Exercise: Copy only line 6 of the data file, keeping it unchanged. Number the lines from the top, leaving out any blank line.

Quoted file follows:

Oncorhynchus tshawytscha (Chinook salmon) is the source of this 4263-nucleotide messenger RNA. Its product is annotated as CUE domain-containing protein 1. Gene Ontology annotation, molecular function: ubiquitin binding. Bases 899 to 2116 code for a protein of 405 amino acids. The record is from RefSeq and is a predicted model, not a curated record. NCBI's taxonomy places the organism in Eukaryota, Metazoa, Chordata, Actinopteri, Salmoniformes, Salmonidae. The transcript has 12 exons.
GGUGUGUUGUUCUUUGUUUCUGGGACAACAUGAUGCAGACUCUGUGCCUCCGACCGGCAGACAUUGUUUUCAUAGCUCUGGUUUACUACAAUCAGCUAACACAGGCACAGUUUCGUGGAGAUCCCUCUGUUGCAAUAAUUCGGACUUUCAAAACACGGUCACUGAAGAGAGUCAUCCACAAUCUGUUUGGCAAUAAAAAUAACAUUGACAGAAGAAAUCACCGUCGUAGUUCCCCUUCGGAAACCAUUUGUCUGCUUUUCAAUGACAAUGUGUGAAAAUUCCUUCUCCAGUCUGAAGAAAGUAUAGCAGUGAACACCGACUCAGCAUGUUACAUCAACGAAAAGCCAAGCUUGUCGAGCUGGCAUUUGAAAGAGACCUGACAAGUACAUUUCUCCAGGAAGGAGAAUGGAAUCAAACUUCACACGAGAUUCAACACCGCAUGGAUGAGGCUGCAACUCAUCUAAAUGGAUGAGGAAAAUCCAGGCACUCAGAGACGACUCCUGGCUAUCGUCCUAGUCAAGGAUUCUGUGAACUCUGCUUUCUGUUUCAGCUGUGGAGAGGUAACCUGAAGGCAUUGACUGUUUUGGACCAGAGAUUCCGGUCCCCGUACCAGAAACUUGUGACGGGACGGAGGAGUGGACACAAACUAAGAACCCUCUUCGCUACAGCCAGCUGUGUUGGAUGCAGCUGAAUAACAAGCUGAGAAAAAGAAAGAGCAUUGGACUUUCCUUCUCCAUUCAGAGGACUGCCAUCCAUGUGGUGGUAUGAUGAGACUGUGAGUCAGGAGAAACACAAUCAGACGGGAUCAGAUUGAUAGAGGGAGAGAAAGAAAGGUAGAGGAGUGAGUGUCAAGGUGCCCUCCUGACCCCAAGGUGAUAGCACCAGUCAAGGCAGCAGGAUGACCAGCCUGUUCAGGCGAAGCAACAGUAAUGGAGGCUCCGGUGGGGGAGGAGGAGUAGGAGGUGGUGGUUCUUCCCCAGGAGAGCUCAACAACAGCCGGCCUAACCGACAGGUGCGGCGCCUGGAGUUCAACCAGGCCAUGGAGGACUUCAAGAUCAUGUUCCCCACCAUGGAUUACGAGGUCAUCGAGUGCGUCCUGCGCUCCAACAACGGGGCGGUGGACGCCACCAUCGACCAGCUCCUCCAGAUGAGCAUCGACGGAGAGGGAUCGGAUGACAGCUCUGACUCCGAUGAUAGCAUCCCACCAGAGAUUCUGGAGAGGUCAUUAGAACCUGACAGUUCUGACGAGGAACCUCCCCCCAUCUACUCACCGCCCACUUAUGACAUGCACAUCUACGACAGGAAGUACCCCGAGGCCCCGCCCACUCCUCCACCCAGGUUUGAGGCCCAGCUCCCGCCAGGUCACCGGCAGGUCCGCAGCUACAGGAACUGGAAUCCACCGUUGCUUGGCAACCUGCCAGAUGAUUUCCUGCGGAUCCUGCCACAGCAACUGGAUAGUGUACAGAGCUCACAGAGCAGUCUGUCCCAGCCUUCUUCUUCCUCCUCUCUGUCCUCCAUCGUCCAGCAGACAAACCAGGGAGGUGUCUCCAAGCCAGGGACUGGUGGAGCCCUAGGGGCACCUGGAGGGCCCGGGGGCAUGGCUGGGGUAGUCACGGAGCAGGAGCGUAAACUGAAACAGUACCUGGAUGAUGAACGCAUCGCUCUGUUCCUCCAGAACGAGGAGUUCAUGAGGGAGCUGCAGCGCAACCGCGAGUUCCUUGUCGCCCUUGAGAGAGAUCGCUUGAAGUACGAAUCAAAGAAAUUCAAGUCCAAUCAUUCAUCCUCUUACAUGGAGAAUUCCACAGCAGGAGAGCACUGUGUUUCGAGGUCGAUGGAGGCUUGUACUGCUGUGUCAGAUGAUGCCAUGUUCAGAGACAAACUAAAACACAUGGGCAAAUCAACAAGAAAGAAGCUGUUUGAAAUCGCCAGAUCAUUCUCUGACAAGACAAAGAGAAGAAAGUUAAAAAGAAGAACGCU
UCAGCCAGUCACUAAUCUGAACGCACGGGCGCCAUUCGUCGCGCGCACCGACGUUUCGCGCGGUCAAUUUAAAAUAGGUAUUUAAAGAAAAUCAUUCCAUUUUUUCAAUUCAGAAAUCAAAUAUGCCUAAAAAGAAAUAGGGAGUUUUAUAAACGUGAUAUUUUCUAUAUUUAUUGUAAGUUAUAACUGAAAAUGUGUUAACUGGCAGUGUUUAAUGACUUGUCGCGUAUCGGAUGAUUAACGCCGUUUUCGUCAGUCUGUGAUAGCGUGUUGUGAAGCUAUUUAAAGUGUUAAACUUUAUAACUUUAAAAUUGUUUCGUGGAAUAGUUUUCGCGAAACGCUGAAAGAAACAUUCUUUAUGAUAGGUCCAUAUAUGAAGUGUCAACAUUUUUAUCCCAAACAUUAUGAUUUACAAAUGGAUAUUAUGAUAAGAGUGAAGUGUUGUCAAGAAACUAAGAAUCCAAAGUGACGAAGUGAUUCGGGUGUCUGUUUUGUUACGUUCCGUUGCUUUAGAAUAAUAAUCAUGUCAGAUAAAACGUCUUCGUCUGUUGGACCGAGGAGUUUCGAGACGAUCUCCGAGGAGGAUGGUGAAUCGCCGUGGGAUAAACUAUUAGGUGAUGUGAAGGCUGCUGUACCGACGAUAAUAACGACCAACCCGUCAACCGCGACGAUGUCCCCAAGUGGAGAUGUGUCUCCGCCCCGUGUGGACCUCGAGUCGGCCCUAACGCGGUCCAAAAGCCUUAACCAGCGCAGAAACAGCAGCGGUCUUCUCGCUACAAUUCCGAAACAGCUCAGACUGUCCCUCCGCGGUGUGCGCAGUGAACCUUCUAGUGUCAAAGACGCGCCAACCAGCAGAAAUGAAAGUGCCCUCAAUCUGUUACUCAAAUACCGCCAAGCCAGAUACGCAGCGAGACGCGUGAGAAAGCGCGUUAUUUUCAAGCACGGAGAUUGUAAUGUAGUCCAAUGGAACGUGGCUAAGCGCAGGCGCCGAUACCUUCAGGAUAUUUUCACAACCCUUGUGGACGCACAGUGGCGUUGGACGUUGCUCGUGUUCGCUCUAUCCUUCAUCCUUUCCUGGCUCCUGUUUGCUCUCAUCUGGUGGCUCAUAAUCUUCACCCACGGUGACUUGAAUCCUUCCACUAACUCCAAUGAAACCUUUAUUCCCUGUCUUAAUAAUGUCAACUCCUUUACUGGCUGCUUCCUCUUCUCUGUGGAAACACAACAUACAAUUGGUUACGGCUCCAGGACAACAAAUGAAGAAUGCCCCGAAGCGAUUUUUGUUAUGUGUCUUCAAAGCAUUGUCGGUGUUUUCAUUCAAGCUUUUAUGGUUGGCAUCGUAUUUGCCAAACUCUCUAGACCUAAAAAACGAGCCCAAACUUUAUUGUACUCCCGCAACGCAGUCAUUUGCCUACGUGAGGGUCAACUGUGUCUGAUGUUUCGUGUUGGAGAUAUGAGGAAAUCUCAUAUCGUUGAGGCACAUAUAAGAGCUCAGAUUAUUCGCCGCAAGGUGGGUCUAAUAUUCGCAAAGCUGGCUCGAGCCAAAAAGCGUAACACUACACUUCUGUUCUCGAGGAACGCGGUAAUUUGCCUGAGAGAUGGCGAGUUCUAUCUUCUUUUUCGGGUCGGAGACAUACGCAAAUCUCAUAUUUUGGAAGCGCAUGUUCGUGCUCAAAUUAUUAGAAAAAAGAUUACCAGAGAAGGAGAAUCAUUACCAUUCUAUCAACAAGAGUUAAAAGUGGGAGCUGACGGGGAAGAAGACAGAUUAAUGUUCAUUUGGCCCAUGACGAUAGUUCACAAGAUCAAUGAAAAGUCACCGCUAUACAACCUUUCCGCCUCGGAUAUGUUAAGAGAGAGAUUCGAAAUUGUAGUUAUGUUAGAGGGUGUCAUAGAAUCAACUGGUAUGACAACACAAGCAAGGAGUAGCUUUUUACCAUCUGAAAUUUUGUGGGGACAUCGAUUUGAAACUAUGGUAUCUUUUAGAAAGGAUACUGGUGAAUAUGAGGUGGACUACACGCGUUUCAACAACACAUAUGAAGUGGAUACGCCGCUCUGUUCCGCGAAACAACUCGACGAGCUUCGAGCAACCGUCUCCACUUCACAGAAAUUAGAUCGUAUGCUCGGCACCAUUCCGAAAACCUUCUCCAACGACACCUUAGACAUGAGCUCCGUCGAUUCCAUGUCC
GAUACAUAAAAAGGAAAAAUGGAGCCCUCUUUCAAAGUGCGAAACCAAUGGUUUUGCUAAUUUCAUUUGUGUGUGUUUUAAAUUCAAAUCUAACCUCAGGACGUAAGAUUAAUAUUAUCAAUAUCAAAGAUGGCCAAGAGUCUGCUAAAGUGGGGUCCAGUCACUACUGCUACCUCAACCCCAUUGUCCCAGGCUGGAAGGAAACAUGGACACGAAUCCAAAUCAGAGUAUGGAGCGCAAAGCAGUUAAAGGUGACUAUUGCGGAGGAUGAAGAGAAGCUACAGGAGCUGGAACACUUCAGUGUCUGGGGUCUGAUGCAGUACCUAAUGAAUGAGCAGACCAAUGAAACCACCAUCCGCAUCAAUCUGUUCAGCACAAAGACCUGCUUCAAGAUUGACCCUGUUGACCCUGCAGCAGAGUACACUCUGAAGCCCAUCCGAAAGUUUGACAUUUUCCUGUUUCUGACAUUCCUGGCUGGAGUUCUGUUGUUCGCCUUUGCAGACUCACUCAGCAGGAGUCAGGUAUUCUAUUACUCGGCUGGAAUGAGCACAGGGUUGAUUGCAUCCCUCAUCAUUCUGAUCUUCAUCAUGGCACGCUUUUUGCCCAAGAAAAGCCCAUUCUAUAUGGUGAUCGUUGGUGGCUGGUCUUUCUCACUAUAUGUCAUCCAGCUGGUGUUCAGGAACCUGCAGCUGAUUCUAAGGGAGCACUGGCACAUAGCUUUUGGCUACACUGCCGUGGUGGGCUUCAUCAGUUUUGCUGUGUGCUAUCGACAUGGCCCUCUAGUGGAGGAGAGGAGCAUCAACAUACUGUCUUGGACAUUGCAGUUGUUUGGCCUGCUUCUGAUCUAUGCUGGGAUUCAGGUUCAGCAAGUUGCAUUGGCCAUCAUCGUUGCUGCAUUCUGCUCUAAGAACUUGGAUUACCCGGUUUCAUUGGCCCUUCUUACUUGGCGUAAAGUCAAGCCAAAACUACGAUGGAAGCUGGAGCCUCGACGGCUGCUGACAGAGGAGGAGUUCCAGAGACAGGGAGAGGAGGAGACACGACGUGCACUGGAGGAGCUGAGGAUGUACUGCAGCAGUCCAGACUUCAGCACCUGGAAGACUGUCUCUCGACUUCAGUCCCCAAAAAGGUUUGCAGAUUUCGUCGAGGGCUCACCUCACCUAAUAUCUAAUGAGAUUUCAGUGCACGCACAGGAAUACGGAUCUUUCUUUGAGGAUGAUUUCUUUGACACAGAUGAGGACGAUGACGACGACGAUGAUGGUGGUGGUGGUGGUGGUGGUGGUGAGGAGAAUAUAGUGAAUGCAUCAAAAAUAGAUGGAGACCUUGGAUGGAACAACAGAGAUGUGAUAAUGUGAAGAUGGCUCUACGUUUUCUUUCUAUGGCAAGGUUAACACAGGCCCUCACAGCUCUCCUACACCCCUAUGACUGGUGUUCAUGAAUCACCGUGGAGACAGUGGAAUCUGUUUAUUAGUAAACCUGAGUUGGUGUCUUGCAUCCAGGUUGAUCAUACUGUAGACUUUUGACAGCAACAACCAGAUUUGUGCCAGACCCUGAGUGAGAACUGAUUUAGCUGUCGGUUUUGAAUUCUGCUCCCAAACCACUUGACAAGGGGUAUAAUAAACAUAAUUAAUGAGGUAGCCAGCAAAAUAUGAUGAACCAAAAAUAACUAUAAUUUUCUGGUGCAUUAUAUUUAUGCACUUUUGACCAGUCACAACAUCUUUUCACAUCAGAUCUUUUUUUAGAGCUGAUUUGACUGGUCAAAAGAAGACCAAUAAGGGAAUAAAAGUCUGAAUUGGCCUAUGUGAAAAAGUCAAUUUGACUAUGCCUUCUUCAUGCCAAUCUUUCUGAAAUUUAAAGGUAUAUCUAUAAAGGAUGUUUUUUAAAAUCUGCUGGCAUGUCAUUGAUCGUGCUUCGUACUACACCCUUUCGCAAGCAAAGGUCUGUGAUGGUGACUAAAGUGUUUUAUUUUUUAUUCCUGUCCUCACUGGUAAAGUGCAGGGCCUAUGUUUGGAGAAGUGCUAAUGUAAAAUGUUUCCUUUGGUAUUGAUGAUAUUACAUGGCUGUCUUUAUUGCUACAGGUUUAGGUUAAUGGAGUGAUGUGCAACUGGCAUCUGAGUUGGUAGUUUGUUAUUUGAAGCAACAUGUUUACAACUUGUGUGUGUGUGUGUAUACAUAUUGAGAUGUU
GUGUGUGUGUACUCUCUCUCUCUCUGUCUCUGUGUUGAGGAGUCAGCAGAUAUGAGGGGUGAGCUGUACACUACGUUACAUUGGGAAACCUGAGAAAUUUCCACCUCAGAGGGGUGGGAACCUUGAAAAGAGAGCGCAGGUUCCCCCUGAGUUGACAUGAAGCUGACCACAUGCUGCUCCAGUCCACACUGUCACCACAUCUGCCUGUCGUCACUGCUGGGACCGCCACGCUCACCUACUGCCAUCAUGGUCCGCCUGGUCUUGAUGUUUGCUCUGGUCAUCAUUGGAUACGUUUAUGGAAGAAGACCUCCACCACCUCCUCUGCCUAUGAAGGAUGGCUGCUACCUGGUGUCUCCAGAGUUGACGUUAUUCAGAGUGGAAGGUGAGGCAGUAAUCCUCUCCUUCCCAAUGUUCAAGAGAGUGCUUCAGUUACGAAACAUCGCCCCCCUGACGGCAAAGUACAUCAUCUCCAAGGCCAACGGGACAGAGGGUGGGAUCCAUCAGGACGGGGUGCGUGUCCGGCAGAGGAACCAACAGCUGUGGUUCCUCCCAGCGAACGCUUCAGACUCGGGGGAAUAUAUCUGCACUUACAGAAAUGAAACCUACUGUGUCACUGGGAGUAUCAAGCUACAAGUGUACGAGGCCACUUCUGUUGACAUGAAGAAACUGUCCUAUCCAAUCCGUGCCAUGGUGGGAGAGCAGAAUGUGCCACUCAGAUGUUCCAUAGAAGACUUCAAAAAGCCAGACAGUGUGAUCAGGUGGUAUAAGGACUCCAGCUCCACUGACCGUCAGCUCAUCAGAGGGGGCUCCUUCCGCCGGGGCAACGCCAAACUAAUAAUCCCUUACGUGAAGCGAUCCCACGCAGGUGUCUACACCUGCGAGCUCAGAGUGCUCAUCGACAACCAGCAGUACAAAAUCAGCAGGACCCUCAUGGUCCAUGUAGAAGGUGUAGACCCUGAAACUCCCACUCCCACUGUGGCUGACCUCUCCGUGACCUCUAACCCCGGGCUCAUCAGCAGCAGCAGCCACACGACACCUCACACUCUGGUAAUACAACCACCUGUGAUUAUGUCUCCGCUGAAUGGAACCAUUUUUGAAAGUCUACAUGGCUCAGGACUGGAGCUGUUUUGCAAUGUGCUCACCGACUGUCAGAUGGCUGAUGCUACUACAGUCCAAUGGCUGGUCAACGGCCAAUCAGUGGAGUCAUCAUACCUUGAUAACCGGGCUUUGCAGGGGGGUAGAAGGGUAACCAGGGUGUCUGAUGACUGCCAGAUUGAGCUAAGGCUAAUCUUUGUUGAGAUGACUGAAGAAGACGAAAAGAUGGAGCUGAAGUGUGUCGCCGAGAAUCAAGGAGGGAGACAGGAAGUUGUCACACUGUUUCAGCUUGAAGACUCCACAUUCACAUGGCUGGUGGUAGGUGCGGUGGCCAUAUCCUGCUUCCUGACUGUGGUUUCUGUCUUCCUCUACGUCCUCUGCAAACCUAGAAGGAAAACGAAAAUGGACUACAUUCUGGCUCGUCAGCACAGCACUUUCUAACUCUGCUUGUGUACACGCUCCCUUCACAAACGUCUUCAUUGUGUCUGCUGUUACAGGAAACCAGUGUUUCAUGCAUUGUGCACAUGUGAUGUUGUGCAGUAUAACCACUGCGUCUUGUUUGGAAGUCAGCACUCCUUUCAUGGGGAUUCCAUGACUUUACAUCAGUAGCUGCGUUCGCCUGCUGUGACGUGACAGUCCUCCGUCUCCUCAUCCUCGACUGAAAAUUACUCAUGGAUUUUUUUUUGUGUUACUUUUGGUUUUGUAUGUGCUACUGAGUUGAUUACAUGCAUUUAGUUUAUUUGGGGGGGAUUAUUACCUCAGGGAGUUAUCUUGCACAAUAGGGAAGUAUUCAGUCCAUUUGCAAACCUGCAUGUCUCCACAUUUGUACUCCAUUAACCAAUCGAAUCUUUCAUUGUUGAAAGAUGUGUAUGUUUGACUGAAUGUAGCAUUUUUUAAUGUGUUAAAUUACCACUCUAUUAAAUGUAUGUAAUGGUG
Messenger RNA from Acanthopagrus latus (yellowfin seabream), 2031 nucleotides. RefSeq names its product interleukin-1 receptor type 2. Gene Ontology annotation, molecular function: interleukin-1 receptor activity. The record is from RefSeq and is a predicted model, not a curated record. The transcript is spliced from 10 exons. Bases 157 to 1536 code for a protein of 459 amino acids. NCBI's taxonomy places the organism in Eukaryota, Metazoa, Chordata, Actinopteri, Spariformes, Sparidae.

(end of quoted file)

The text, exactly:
Messenger RNA from Acanthopagrus latus (yellowfin seabream), 2031 nucleotides. RefSeq names its product interleukin-1 receptor type 2. Gene Ontology annotation, molecular function: interleukin-1 receptor activity. The record is from RefSeq and is a predicted model, not a curated record. The transcript is spliced from 10 exons. Bases 157 to 1536 code for a protein of 459 amino acids. NCBI's taxonomy places the organism in Eukaryota, Metazoa, Chordata, Actinopteri, Spariformes, Sparidae.